On Wednesday of this week the Planning Commission has scheduled a workshop to discuss proposed revisions to the Landmark Preservation Ordinance. More hours of my life than I care to count, over a four-year period while I was on the Landmark Preservation Commission, were devoted to work on a revised LPO which was ultimately endorsed last summer by a majority of LPC commissioners. Practically every clause represents a compromise between commissioners who are dedicated to conserving old buildings as much as possible and those who regard some old buildings as opportunity sites for new construction. But like most compromises, the attempt to please everyone might turn out to have pleased no one.
The Planning Commission has no actual authority over the Landmark Ordinance itself, which must be passed by the City Council, though it does approve any zoning ordinance revisions which are needed to implement it. But commissioners seem eager to conduct an exhaustive review of the full revised ordinance nonetheless. The Planning Commission has recently been dominated by commissioners who are gung-ho for curbing what they imagine to be the excessive power of preservationists. Several of them are veterans of the battle for the Temple Beth-El site, now under construction.
Which means, probably, that the attempt to revise the LPO will drag on for many months more as planning commissioners attempt to get up to speed on its complex provisions. This laborious schedule is ironic in view of the supposed urgency with which the revision process was originally launched by the city attorney’s office.
For some reason, the pressing need for a new ordinance seems to have evaporated. The cynical view, to which I have now been converted after voting for the revisions while I was on the LPC, is that most of the proposed changes were never actually needed, which is why city staff now seems willing to let the process drag on at the Planning Commission.
One revision, and only one revision, is absolutely necessary. It could be enacted by the new City Council immediately, at their next meeting, if they so chose. The LPC must be given the authority to deny an application for demolition of a historic resource (usually a building). The Permit Streamlining Act guarantees that applicants for permits such as demolition permits will spend only a limited number of days in limbo, after which the city is required to tell them Yes or No. If the LPC could give applicants a clear No to demolition permit applications on occasion, the requirements of the Permit Streamlining Act would be satisfied. The applicant could then appeal the decision to the City Council, which might reverse it. Most of the other proposed changes to the ordinance are window-dressing, and could be accomplished by changes in procedures within the Planning Department, no legislation needed.
The outstanding case in point at the moment is a controversial proposal to enlarge a seminal William Wurster cottage in the hills, which slipped by Planning Department staff without being flagged as a potentially historic resource. The current LPO requires all proposals to demolish buildings in commercial zones which are over 40 years old to come before the LPC for consideration for landmark designation (though the staff sometimes “forgets” to do even this.) Residential buildings don’t get this automatic scrutiny, but it would require no ordinance change for planning staff to compile a list of famous residential architects and to ask applicants if their house was designed by anyone on the list. That wouldn’t produce 100 percent correct results, but it would avoid many of the cases where unknowing desk staff endorses alteration or even demolition for an architecturally significant house, only to have better-informed citizens petition for landmarking after a permit is already in the works. This causes no end of grief for both applicants and opponents.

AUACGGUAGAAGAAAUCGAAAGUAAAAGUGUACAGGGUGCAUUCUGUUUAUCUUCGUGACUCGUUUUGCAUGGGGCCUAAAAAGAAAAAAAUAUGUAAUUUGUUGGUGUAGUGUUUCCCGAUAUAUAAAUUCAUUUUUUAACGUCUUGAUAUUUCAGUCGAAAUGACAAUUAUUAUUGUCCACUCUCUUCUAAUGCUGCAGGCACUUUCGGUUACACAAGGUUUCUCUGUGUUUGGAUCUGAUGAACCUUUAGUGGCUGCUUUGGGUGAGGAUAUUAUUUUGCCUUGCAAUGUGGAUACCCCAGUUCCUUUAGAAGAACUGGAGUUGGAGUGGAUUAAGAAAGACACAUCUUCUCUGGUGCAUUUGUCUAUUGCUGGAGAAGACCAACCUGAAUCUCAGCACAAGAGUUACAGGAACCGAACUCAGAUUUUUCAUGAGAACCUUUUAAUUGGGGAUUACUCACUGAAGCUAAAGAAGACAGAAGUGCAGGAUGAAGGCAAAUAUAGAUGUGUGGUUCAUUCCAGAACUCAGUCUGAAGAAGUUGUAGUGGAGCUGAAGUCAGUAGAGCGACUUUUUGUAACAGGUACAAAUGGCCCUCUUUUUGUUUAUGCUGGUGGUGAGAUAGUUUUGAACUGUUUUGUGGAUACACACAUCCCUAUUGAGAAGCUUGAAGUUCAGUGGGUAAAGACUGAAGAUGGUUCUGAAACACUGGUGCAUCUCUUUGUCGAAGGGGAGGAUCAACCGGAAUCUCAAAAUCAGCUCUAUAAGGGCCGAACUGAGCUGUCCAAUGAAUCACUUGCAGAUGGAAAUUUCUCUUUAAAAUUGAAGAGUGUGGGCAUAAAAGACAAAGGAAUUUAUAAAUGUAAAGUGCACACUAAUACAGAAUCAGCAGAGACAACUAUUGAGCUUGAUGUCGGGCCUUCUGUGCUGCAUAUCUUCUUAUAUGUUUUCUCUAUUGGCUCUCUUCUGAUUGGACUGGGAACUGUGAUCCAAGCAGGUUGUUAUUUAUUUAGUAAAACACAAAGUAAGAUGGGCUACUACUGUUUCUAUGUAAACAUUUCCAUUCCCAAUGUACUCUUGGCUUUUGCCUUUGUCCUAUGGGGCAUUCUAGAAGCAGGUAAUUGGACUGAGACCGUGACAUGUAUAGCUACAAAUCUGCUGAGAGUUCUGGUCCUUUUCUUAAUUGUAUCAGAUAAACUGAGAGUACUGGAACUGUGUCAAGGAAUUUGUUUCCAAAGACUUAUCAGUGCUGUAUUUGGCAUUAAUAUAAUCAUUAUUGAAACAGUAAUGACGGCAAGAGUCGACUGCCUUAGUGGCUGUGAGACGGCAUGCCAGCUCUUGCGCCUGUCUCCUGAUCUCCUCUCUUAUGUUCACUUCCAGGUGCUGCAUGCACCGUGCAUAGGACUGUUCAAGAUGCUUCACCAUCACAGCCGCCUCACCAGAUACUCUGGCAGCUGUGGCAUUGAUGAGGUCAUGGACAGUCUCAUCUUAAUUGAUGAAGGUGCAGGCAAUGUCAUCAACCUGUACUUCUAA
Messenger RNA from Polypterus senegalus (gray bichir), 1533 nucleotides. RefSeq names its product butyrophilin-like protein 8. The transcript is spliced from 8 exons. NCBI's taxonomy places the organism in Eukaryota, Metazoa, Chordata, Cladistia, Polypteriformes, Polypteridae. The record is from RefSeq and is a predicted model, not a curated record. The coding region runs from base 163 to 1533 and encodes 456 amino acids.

We’re going to see a lot more attempts to demolish or alter Berkeley’s world-renowned historic housing stock if the real estate boom continues. Berkeley has not yet experienced the problems of Silicon Valley, where software mogul Larry Ellison got away with dismantling a Julia Morgan house in order to replace it with a megamansion of his own concoction. But as Berkeley becomes a preferred residential destination for the new rich of the Bush era, we’re seeing more such proposals from people who have much more money than taste. A wealthy Bush contributor has already grossly enlarged a formerly charming John Hudson Thomas house without benefit of LPC review.
Here at the Planet, we were bemused last week when the applicant for the Wurster alteration project chose to take a full page heart-tugging ad worthy of the National Enquirer to denounce an op-ed opposing her plan. Our opinion pages were open to her, of course, but she and her advisors evidently thought a paid advertisement complete with photos would make more of a splash. The ad recited charges against project opponents which skirted the cliff of libel without actually falling over it, but since the targets were pillars of the Free Speech Movement, we figured they’d be able to take it in their stride.
But still. How much easier it would have been if the applicant had been told, from the beginning, that since her house was designed by a significant architect the LPC would be taking a look at it for possible designation as a historic resource before her permit application went to the Zoning Adjustment Board for approval. The revised ordinance would make this procedure mandatory, but the planning department could implement it immediately on a voluntary basis, and it would prevent a lot of strife.